In the special election for a U.S. House seat, Republicans are taking aim at Democratic nominee Alex Sink’s career in both the public and private sector.
On a website called The Real Alex Sink Truth Team -- intentionally aping Sink’s own Truth Team page -- the National Republican Campaign Committee calls her out for allegedly supporting higher taxes while serving as Florida’s elected chief financial officer, or CFO.
"Alex Sink has consistently supported higher taxes, including property taxes, sales taxes, and taxes on water, sewer and cable television," the site reads. "She even supported a tax on homeowners insurance policies."
We’ve seen all these claims often repeated during the campaign (so far, we’ve rated the one on water and TV Mostly True). But the one about whether she supported a tax on homeowners insurance deserves some attention.
Avoiding a catastrophe
To back up this claim, the the NRCC pointed us to a story in the Palm Beach Post from June 2008, after Sink had become CFO. The article detailed a Cabinet meeting between then-Gov. Charlie Crist and Sink, both of whom voted to extend a 1 percent assessment on private home, car, boat and motorcycle policies to cover a $625 million shortfall in the Florida Hurricane Catastrophe Fund, often referred to as the CAT fund.
The assessment was put in place in 2007 to cover outstanding claims from the very heavy 2005 hurricane season. The purpose of the fund -- established in 1993 after Hurricane Andrew destabilized the state’s insurance market -- is to pay policyholders when insurers are unable to cover all their obligations. Because of the vast number of claims following Hurricane Wilma, the fund was falling short, so an emergency assessment was enacted to cover the lack of funds.
By law, the fund only has to pay out claims to the extent of its cash balance, and it issues bonds to cover the difference should claims exceed that balance. To cover the repayment of those bonds, an emergency assessment is made on all policyholders to share the burden. The 2007 assessment was set to expire in 2012, but Crist and Sink changed that so the assessment would last until Dec. 31, 2014.
The NRCC pointed to a partial quote from Sink, who said extending the assessment was "really a tax on insurance policies." But nuances keep this from being slam-dunk support for the NRCC’s claim.
First, in a literal sense, the emergency assessment is not a tax. The state statute for the CAT fund says so.
In addition, there’s evidence that Sink was not a fan of the process at work here. The fund was facing scads of new claims after Wilma, and Sink had been supporting changes in state law to shore up its finances. But state legislators hadn’t taken action on her recommendations before the extension. She and Attorney General Bill McCollum continued to press the Legislature for changes to Citizens after the extension, as well.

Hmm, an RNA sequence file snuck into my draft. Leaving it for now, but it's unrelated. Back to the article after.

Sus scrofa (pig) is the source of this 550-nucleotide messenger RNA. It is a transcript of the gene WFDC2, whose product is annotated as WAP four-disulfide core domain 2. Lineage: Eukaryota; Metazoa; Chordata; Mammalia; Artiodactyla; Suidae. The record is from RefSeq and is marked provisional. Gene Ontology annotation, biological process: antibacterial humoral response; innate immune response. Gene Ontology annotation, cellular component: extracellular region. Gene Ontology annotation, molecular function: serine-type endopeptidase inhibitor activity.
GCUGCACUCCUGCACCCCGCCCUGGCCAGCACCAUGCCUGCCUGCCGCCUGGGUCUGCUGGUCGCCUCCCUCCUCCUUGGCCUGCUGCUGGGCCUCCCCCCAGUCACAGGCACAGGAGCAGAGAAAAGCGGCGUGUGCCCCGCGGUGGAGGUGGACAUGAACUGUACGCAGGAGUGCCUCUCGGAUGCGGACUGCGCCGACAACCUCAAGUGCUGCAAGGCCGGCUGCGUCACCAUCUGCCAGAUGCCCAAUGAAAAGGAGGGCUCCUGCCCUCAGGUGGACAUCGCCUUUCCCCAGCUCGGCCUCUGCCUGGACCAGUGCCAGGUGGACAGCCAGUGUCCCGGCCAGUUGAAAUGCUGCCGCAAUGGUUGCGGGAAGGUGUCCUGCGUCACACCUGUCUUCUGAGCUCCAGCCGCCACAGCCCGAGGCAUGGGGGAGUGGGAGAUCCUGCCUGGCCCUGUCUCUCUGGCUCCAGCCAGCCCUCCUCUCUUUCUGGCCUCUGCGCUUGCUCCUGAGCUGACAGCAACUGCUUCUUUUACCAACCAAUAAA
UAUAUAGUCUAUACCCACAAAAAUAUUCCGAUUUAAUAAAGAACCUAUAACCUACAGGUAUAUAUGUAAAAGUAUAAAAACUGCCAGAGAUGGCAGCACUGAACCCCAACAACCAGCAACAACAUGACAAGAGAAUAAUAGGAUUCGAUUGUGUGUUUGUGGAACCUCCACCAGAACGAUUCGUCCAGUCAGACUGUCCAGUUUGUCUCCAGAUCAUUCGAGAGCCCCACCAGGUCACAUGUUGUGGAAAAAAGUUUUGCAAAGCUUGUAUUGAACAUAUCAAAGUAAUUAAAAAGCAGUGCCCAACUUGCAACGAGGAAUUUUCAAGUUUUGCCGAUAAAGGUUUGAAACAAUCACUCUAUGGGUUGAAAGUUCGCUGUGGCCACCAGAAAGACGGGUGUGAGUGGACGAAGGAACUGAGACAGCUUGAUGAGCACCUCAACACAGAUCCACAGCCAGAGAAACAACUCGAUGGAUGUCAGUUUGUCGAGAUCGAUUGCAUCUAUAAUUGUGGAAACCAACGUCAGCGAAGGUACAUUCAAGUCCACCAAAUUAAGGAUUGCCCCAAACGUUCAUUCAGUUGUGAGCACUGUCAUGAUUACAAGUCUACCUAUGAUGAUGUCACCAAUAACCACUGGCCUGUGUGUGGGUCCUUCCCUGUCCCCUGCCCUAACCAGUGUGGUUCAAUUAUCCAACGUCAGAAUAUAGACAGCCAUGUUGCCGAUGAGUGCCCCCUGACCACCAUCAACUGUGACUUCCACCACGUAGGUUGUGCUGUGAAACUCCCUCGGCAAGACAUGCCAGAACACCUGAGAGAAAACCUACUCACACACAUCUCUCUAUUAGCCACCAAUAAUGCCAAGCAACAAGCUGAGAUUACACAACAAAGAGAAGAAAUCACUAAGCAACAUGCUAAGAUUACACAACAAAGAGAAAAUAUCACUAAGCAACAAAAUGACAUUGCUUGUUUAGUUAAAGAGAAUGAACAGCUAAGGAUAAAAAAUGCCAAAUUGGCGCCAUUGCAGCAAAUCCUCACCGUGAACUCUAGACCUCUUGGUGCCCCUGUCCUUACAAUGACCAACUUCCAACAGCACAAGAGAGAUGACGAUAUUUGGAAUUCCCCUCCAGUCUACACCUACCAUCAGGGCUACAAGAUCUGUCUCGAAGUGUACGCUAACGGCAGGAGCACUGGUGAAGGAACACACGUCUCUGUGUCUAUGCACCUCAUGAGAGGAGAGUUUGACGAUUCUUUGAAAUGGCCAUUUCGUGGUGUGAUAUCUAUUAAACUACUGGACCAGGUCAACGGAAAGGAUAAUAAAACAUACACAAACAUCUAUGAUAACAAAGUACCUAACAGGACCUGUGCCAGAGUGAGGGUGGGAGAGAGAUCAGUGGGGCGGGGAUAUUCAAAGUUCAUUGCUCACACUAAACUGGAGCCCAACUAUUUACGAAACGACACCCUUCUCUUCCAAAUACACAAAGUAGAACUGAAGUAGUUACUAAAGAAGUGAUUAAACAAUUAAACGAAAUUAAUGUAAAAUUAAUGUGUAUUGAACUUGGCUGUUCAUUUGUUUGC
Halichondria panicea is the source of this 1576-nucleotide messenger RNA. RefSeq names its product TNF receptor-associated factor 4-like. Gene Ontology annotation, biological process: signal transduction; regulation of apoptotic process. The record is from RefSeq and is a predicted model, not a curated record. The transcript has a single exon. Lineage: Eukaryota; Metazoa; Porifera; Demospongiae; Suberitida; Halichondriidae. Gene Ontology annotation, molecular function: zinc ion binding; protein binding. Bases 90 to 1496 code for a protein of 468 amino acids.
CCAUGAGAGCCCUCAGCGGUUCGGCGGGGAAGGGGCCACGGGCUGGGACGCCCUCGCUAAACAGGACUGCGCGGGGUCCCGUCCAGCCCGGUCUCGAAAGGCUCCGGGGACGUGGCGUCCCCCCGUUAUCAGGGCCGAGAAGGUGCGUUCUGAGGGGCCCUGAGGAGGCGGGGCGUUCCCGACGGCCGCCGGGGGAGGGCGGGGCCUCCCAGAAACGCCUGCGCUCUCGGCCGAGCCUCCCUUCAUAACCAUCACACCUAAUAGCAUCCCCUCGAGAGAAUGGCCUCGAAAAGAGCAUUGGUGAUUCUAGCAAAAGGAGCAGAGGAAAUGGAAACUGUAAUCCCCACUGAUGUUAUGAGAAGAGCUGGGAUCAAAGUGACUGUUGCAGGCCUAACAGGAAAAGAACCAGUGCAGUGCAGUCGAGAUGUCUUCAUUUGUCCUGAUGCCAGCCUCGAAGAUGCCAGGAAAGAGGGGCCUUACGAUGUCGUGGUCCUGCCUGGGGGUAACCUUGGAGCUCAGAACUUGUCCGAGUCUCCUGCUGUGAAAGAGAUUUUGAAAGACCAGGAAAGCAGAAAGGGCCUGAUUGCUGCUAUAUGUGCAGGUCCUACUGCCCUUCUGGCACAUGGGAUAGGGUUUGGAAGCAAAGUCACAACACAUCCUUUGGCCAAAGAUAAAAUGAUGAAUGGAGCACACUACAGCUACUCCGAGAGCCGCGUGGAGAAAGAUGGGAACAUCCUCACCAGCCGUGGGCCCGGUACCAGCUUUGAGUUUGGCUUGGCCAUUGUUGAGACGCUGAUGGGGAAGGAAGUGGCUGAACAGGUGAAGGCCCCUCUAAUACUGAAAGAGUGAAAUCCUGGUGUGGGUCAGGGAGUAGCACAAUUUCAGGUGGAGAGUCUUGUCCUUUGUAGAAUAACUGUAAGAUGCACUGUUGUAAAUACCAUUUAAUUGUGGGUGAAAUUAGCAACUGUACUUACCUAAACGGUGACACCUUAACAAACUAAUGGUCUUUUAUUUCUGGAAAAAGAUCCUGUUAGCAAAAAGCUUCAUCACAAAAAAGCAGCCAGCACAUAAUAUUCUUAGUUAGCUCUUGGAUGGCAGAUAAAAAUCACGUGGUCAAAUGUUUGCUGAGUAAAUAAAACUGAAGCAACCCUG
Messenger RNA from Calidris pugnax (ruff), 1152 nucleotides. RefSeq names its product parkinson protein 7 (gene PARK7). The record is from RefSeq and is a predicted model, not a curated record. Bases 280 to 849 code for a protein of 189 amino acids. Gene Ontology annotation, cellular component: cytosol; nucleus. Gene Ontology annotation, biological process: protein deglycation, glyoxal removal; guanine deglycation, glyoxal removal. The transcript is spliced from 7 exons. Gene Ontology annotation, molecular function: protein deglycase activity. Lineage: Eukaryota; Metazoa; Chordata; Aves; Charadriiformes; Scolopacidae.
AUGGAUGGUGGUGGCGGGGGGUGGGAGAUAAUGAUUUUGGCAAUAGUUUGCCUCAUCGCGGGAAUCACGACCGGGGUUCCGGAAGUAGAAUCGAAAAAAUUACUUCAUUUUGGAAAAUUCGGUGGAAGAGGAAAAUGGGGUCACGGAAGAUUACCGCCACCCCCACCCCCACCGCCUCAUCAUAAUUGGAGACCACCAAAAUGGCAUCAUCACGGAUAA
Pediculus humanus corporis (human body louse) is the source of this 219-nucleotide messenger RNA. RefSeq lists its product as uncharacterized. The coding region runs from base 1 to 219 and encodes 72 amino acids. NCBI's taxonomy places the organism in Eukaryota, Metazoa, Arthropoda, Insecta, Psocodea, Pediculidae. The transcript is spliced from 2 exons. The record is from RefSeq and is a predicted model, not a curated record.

"It's certainly not a good time to be telling homeowners they've got a $600 million tax increase in addition to what they were already paying," Sink was quoted as saying about a month before the vote, referring to the onset of the Great Recession and again characterizing the assessment as a tax. She confirmed to us through her campaign that she "believed it was not a good time to keep the assessment and was not an enthusiastic supporter of it."
Crist and Sink both voiced concerns that state policyholders were on the hook for potentially fraudulent claims, but agreed to extend the assessment because CAT fund director Jack Nicholson said there were only about 10 or 20 weeks worth of money still available for payouts. One alternative would have been to increase the emergency assessment, which happened when it was bumped up to 1.3 percent in January 2011, covering an additional $676 million in bond payments, and is slated to last until July 1, 2016.
A big reason for the shortfall was the poor estimates from insurers about how much they would need to cover claims, a process that happened in 2006, before Crist and Sink took office. Nicholson told PolitiFact the fund now "is in the best situation that it has ever been in financially," and that it would take storm claims in excess of $25 billion to force the state to issue more bonds.
The NRCC said Alex Sink "supported a tax on homeowners insurance policies," and it used Sink’s own words as evidence. In casting her Cabinet vote to extend an emergency assessment on policyholders to pay for hurricane claims, she did use the term "tax."
However, it wasn’t officially a tax. And Sink supported the policy grudgingly, saying it was unfair that consumers would have to continue paying for old storm damages. Sink had a history before and after the Cabinet vote of trying to scale down the state’s exposure to hurricane coverage and reinsurance to private companies
The ad is wrong to call it a tax, but Sink’s vote -- grudging though it was -- did serve to maintain an increase in insured consumers’ out-of-pocket costs, which had the effect of seeming a lot like a tax to policyholders. The claim is partially accurate but leaves out important details or takes things out of context, so we rate it Half True.